Country Guitar Scale in the Key of A – Part 2

The Country Guitar Scale as I mentioned in my previous Country Guitar Scale article is none other than an F# Minor Blues scale starting on A.  Because there is a relationship between F sharp minor and the key of A major it works beautifully.

Try using a standard chord pattern like A F#m D E7, one bar for each and see how thie scale fits.

I’ve started the scale on A, wheras in my previous article I started on the F sharp.  The descending part has a  variation in it to make it more interesting than the the standard up down scales that make guitar players dizzy and turn them into great scale players but lousy musicians.

Guitar Lesson Country Guitar Scale

To download the printable version (adobe acrobat format) click on the following link: a_country_scale1

This site is updated on a regular basis with youtubes, scales and helpful guitar info

https://acousticguitarist.wordpress.com/

Also, for other great scales and guitar info go to my other site

http://the-guitarplayer.com/

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2 Comments

Filed under acoustic, Acoustic Guitar, acousticguitar, learning guitar

2 responses to “Country Guitar Scale in the Key of A – Part 2

  1. I started with A minor, the notes are A, B, C, D, E, F, G. Notice anything familiar? The notes of A minor are just the same as C major. In fact, if you take the 6th note of any major scale and play the notes up to the 6th one octave higher you’re playing the minor scale. So after learning the major scales I came to realize I knew all the notes for the minor scales as well. Obviously they share the same notes but of course, you need to phrase them differently when you play.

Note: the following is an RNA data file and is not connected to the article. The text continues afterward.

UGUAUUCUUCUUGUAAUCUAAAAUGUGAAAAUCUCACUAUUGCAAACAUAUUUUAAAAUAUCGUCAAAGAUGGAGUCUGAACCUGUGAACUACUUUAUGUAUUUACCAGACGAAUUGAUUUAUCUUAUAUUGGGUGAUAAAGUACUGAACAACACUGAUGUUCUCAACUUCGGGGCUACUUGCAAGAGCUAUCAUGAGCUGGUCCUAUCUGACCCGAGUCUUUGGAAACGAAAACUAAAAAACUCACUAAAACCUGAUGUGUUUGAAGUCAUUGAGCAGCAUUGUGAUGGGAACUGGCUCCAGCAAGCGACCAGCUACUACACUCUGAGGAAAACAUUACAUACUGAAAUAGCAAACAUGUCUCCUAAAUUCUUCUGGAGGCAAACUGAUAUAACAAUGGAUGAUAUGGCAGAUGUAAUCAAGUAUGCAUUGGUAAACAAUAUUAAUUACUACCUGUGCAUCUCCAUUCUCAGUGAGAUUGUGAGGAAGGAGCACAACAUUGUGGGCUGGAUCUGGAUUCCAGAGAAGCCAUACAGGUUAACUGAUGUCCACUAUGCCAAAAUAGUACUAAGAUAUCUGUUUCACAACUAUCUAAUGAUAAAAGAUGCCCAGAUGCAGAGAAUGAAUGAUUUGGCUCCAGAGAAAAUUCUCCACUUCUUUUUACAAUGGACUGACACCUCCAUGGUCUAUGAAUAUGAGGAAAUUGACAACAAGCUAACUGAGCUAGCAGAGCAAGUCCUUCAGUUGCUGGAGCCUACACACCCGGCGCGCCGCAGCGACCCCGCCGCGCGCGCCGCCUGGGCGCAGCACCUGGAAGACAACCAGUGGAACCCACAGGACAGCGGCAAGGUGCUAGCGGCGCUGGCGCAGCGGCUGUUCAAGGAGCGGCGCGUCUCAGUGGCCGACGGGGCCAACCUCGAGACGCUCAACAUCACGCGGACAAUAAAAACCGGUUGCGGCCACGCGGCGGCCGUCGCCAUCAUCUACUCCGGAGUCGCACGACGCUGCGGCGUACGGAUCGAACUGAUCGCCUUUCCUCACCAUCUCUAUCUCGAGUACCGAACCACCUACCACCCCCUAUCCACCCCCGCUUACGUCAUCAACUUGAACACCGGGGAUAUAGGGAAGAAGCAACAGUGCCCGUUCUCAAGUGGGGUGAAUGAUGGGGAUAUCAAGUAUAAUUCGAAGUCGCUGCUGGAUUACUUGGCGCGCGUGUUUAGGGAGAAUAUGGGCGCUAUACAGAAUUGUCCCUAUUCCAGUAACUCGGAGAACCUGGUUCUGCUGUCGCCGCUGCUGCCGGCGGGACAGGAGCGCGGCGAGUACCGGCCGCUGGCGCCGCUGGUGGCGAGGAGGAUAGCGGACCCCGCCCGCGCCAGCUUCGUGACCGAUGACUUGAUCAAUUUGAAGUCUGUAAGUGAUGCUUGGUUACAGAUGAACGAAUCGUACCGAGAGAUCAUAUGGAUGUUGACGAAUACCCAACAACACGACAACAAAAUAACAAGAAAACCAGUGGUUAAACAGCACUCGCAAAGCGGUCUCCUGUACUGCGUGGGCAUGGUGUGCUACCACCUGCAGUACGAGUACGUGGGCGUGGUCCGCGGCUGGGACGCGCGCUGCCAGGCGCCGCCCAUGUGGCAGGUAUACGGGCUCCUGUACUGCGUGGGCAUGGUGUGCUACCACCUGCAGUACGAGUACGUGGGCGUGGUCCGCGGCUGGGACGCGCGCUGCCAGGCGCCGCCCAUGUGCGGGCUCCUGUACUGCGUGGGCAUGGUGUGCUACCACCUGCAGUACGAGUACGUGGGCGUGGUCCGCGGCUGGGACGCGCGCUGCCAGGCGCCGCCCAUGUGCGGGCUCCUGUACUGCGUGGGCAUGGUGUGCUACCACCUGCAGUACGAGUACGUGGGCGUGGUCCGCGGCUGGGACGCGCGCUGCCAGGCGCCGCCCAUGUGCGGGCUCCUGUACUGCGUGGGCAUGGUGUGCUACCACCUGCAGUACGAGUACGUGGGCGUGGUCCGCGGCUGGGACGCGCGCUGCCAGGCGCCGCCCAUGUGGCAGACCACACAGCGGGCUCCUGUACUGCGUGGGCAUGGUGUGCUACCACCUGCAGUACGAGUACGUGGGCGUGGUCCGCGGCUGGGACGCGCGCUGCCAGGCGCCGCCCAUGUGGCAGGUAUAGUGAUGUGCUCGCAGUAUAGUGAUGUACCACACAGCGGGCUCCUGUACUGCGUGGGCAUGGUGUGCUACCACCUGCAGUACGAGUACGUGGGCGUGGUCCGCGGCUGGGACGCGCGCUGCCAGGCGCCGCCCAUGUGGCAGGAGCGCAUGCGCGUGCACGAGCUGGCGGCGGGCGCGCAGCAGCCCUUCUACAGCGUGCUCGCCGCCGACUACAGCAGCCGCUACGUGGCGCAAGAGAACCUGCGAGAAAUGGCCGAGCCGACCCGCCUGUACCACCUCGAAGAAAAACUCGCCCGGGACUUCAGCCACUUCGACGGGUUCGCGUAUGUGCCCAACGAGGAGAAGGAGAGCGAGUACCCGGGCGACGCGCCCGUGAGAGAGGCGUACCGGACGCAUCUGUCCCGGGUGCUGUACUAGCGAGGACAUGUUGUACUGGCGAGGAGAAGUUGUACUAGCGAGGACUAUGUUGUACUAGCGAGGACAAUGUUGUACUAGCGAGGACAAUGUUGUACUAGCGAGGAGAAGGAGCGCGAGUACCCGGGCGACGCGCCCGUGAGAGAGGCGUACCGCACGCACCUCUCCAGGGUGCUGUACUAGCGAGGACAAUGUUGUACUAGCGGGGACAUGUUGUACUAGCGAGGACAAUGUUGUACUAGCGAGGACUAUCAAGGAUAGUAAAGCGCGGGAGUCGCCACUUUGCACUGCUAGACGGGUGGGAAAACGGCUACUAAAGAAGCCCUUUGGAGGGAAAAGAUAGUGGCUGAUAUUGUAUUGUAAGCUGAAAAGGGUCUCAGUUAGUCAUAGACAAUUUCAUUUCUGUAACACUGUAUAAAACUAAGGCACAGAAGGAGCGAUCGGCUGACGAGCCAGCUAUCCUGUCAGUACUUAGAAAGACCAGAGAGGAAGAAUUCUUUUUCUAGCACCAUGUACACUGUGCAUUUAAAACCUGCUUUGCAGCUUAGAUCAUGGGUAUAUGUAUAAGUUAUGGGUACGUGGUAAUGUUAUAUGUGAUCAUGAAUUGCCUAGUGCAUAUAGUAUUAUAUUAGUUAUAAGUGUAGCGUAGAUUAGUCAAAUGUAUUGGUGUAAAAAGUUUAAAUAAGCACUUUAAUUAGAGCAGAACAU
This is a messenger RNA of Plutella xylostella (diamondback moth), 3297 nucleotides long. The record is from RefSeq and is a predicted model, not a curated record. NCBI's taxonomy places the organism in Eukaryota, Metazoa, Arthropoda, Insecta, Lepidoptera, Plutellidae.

2. acousticguitarist

    guitar scale

    Yeah that’s what you call an Aeolian mode. Or some would call it an A natural Minor scale. Sharpen the 7th and you have the A Harmonic Minor, shrpen the 6th and you have the A Melodic ascending, which traditionally when it descends flattens both the 7th and the 6th interval to restore it to the Natural Minor again.

    The Aeolian is useful for improvising over chord six in the key of C e.g. over Am, Am7, Am#5, Amsus2, Am sus4, Am9 and all the variants . It’s useful for playing ‘inside’. Generally a lot of players use the modal system but it has limitations, like anything learn it, throw it in the toolbox, use it automatically but don’t get caught in it. There are much more musical ways of playing which are based around the chord relationships. The issue with the Aeloian mode and all the others is that in the wrong hands they just sound like scales and not music if they are not used wisely.

    tony hogan

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